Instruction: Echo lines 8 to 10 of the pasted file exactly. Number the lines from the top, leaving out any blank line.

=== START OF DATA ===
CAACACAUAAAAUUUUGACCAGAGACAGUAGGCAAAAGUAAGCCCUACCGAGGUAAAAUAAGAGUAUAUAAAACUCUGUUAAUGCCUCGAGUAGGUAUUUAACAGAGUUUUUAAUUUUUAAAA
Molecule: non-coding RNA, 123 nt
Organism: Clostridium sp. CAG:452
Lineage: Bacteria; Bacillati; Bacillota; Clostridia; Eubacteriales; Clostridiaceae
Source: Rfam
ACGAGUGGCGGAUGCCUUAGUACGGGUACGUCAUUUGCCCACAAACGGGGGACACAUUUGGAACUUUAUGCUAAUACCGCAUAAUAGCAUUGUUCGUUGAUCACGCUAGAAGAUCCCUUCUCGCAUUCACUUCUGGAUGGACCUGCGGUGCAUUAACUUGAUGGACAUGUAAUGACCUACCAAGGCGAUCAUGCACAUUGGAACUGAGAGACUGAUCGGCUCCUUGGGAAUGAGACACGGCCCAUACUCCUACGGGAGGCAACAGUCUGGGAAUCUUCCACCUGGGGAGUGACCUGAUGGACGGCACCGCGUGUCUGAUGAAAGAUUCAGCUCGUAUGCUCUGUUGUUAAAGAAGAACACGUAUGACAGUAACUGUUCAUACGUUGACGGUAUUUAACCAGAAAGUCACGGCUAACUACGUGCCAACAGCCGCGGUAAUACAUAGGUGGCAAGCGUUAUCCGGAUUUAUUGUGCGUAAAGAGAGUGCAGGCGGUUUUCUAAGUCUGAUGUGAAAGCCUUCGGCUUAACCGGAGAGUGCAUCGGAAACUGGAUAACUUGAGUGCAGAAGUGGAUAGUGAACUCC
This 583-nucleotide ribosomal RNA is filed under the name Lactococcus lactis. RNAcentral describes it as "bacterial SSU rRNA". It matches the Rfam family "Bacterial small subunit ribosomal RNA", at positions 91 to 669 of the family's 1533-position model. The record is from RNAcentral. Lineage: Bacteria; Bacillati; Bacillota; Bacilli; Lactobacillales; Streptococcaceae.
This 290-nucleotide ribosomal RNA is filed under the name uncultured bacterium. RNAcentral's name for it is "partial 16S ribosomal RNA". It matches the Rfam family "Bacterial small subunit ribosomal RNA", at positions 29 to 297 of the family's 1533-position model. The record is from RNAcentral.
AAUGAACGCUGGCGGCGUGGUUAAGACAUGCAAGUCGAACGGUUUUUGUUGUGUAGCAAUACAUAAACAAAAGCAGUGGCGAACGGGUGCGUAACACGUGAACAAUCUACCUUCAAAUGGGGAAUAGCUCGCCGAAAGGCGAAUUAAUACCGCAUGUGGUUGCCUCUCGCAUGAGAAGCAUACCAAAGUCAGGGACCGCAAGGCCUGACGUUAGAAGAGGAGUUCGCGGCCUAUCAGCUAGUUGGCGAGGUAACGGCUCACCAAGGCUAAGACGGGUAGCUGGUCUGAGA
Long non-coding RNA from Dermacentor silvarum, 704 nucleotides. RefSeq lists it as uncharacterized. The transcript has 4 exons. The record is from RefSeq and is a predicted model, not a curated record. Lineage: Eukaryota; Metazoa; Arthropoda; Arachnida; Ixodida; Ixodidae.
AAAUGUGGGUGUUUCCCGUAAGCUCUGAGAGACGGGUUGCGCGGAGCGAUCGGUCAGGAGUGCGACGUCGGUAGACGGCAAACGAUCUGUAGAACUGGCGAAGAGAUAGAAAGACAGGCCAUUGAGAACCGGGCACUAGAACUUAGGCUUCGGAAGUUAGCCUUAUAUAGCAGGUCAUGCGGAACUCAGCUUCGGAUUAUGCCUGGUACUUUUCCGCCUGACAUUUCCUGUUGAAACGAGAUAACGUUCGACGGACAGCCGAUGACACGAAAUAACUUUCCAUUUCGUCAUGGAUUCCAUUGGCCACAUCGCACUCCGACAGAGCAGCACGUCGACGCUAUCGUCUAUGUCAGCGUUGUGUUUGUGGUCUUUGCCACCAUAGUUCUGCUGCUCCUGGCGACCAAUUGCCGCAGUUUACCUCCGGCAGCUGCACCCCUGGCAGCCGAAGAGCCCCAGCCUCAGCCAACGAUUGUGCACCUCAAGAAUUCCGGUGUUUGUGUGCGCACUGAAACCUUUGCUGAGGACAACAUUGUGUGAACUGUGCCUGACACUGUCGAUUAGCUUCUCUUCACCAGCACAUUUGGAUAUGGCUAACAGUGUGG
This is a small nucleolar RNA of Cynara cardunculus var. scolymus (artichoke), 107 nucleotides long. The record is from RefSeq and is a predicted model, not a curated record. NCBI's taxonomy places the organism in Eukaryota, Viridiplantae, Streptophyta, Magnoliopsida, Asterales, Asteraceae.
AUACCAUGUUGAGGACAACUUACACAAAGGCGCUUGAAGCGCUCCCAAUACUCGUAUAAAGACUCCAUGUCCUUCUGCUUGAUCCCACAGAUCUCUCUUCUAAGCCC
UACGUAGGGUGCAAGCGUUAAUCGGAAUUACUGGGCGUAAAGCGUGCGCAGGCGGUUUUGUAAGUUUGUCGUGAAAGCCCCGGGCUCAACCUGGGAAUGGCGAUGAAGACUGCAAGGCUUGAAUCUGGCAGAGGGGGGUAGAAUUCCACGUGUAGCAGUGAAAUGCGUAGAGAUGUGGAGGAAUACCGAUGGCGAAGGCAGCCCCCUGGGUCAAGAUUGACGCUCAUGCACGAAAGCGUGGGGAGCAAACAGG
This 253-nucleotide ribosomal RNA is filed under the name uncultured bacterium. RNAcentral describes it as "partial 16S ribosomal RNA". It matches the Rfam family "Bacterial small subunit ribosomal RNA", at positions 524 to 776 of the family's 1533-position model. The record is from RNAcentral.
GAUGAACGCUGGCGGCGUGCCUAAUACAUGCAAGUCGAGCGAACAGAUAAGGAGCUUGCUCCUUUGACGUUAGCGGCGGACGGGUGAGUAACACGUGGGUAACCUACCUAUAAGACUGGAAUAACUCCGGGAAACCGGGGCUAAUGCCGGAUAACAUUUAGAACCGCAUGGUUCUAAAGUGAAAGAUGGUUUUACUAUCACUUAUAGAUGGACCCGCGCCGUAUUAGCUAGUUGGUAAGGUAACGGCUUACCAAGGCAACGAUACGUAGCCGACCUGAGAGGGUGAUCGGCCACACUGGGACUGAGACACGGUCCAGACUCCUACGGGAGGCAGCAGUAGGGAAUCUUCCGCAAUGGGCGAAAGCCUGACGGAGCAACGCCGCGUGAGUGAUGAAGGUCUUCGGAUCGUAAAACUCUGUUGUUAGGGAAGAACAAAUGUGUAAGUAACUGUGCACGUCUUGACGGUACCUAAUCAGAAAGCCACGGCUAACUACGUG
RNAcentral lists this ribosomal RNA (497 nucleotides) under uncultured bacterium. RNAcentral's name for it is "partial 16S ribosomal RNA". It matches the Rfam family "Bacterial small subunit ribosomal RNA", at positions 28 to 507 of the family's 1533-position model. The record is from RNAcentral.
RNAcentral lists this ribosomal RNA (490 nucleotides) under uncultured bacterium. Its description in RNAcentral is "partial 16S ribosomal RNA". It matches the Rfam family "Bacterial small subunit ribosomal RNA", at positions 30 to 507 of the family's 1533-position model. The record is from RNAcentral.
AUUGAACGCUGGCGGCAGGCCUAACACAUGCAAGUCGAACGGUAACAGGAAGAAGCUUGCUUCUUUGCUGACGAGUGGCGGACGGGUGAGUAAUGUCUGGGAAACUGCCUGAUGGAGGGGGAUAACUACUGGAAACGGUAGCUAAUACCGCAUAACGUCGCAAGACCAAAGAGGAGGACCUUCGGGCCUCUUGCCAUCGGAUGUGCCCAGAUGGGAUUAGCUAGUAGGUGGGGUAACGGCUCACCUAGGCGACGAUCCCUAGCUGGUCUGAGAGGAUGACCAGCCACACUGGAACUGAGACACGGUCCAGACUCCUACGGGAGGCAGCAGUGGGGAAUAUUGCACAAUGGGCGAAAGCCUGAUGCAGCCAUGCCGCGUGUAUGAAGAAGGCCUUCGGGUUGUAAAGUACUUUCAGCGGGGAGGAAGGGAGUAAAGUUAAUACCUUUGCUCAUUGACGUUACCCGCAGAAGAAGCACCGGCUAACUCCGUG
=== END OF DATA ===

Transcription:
This 290-nucleotide ribosomal RNA is filed under the name uncultured bacterium. RNAcentral's name for it is "partial 16S ribosomal RNA". It matches the Rfam family "Bacterial small subunit ribosomal RNA", at positions 29 to 297 of the family's 1533-position model. The record is from RNAcentral.
AAUGAACGCUGGCGGCGUGGUUAAGACAUGCAAGUCGAACGGUUUUUGUUGUGUAGCAAUACAUAAACAAAAGCAGUGGCGAACGGGUGCGUAACACGUGAACAAUCUACCUUCAAAUGGGGAAUAGCUCGCCGAAAGGCGAAUUAAUACCGCAUGUGGUUGCCUCUCGCAUGAGAAGCAUACCAAAGUCAGGGACCGCAAGGCCUGACGUUAGAAGAGGAGUUCGCGGCCUAUCAGCUAGUUGGCGAGGUAACGGCUCACCAAGGCUAAGACGGGUAGCUGGUCUGAGA
Long non-coding RNA from Dermacentor silvarum, 704 nucleotides. RefSeq lists it as uncharacterized. The transcript has 4 exons. The record is from RefSeq and is a predicted model, not a curated record. Lineage: Eukaryota; Metazoa; Arthropoda; Arachnida; Ixodida; Ixodidae.